It is a tournament Pakistan love but a tournament that hasn’t always loved them back. Pakistan’s lack of success over this competition’s four-decade history has been baffling, given, if history is a guide, there are only three possible destinations for this trophy. For the first half of the tournament’s existence, India and Sri Lanka played musical chairs, with Pakistan kept out in the cold, making only one of the first six finals.
Pakistan have not necessarily looked destined for glory this fortnight, beginning with a final-over defeat to arch-rivals India. They inflicted a loss on that same opponent a week later to invigorate a flagging campaign, but stumbles against Afghanistan and Sri Lanka suggest a lot of work still needs to be done – not just with bat in hand, but, for this young side, also when it comes to keeping emotions in control; there was evidence in that game against Afghanistan that nerves, and perhaps tempers, threatened to get the better of them at crucial moments.
Tempers are less likely to flare in the final, though. Each Asia Cup side has had a complicated relationship with the others, but Pakistan vs Sri Lanka is perhaps the friendliest fixture of all. Throughout most of their history, these two nations have enjoyed cordial relations, and been there for each other in their toughest times. That warmth has been evident on the field as well, and there is no reason that should change.
But since then, their campaign has turned around. The batters, right through to the lower order, played modern, aggressive, entertaining cricket that has lit up this tournament, gaining them fans outside that little paradise of an island itself. Afghanistan were swiftly avenged, before a thrilling win against India effectively saw them through to the final. The way their batters held their nerve at the death against India made that win especially impressive as they trumped an opposition that had beaten them in 14 of the last 17 T20Is.
The win against Pakistan in the last game of the Super 4 round perhaps means they go into the final as favourites, but not mentioning the value of the toss would be irresponsible. Only three times has a team defended successfully in the tournament – Hong Kong’s two opponents and India against Afghanistan – and while there have been plenty of close games to suggest it needn’t have been that way, the value of winning the toss cannot be overstated.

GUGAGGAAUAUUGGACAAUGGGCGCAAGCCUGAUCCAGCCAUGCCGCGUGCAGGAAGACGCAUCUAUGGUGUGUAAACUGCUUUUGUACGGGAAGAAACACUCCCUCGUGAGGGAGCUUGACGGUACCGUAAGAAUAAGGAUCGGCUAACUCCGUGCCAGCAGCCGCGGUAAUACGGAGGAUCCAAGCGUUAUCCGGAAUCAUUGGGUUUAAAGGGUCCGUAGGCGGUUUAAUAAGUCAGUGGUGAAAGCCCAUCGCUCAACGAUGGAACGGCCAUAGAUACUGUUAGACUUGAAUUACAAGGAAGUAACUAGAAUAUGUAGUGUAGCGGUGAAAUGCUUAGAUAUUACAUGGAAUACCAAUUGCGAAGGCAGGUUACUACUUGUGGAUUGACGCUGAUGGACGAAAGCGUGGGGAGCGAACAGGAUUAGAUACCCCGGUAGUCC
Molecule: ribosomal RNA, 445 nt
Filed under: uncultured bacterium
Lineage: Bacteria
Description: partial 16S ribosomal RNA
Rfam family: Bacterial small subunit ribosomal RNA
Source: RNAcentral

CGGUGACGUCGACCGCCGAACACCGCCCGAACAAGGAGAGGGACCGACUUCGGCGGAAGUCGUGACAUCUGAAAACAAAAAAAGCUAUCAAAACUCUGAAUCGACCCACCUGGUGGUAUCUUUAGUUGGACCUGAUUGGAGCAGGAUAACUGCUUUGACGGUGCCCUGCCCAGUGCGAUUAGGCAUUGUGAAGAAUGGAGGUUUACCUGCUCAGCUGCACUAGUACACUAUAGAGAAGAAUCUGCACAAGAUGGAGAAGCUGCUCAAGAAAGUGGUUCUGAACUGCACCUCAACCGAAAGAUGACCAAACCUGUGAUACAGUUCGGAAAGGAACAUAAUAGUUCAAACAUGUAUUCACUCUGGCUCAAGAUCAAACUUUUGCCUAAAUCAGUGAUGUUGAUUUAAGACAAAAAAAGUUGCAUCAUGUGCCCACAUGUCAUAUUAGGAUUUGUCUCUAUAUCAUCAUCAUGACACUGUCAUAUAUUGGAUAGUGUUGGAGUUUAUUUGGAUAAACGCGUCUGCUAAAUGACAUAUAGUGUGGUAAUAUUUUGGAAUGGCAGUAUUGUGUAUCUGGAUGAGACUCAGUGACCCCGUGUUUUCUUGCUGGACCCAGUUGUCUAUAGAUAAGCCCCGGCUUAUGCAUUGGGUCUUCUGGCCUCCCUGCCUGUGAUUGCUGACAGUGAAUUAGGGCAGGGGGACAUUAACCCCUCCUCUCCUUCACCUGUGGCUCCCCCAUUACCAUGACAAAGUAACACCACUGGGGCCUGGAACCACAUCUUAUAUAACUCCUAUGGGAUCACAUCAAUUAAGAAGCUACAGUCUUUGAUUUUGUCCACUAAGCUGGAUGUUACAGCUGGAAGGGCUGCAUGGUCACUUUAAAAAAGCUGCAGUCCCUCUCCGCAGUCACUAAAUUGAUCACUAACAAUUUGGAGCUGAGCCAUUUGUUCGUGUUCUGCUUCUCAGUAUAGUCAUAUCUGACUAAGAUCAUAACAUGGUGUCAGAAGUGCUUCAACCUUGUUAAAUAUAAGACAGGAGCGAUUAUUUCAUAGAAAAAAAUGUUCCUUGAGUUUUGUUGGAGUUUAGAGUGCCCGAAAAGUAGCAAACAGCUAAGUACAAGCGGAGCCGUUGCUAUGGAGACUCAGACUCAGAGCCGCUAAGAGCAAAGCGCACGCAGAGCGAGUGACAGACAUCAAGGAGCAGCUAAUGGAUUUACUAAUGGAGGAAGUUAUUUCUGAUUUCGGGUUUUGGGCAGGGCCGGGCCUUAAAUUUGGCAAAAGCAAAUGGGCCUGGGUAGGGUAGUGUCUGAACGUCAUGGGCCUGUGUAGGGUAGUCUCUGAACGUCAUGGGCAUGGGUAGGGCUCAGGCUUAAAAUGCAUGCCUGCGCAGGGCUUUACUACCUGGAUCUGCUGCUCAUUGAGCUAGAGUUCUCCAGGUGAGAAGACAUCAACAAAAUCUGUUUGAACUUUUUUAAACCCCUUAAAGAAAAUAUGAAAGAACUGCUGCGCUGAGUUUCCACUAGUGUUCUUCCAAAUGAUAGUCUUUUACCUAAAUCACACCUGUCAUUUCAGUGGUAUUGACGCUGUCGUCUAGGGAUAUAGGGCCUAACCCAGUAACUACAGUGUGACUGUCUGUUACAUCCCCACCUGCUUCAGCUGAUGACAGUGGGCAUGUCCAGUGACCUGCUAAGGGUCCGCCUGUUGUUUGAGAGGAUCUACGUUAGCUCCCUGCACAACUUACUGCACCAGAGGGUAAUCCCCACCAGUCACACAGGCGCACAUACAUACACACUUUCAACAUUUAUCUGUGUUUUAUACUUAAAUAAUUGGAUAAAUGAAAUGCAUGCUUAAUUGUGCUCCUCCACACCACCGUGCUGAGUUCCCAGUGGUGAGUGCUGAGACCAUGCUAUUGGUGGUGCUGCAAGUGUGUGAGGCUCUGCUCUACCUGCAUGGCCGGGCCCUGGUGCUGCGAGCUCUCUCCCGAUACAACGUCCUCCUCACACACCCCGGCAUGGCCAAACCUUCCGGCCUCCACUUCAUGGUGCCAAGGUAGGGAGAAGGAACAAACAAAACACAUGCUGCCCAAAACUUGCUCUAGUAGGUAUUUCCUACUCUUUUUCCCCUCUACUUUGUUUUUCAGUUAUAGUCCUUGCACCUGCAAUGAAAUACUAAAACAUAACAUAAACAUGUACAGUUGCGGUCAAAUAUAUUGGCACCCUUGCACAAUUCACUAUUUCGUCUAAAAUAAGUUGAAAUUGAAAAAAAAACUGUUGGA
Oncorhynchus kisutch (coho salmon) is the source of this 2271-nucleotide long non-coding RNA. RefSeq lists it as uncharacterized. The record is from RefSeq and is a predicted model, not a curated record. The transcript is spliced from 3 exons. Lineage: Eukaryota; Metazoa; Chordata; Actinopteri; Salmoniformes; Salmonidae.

Pakistan LWWWL (last five completed T20Is, most recent first)
Sri Lanka WWWWL
In the spotlight
Pitch and conditions
It will be hot and dry again, as it has been all fortnight.
After resting a few players in the last game, Pakistan should revert to the side that won three games in a row prior to Friday’s defeat.
Pakistan (probable): 1 Babar Azam (capt), 2 Mohammad Rizwan (wk), 3 Fakhar Zaman, 4 Iftikhar Ahmed, 5 Khushdil Shah, 6 Shadab Khan, 7 Asif Ali, 8 Mohammad Nawaz, 9 Naseem Shah, 10 Haris Rauf, 11 Mohammad Hasnain
Sri Lanka (possible): 1 Kusal Mendis (wk), 2 Pathum Nissanka, 3 Dhananjaya de Silva, 4 Danushka Gunathilaka, 5 Dasun Shanaka (capt), 6 Bhanuka Rajapaksa, 7 Chamika Karunaratne, 8 Wanindu Hasaranga, 9 Maheesh Theekshana, 10 Pramod Madushan, 11 Dilshan Madushanka
Stats and trivia
- Haris Rauf is three strikes shy of 50 T20I wickets.
- This is the fourth time Sri Lanka and Pakistan are playing an Asia Cup final, with Sri Lanka winning two of the previous three.
“When building a team, it is great for us that different players have stood up when it counts and helped the team win matches. As a captain, this is important for me, and it helps pave the path for future success for the team as well.”
Babar Azam relishes the contributions from multiple players this competition
“As a tournament, looking back, this has been one of the best Asia Cups we have had, and we are looking forward to the final.”
Dasun Shanaka has his eyes firmly on the prize
Danyal Rasool is a sub-editor at ESPNcricinfo. @Danny61000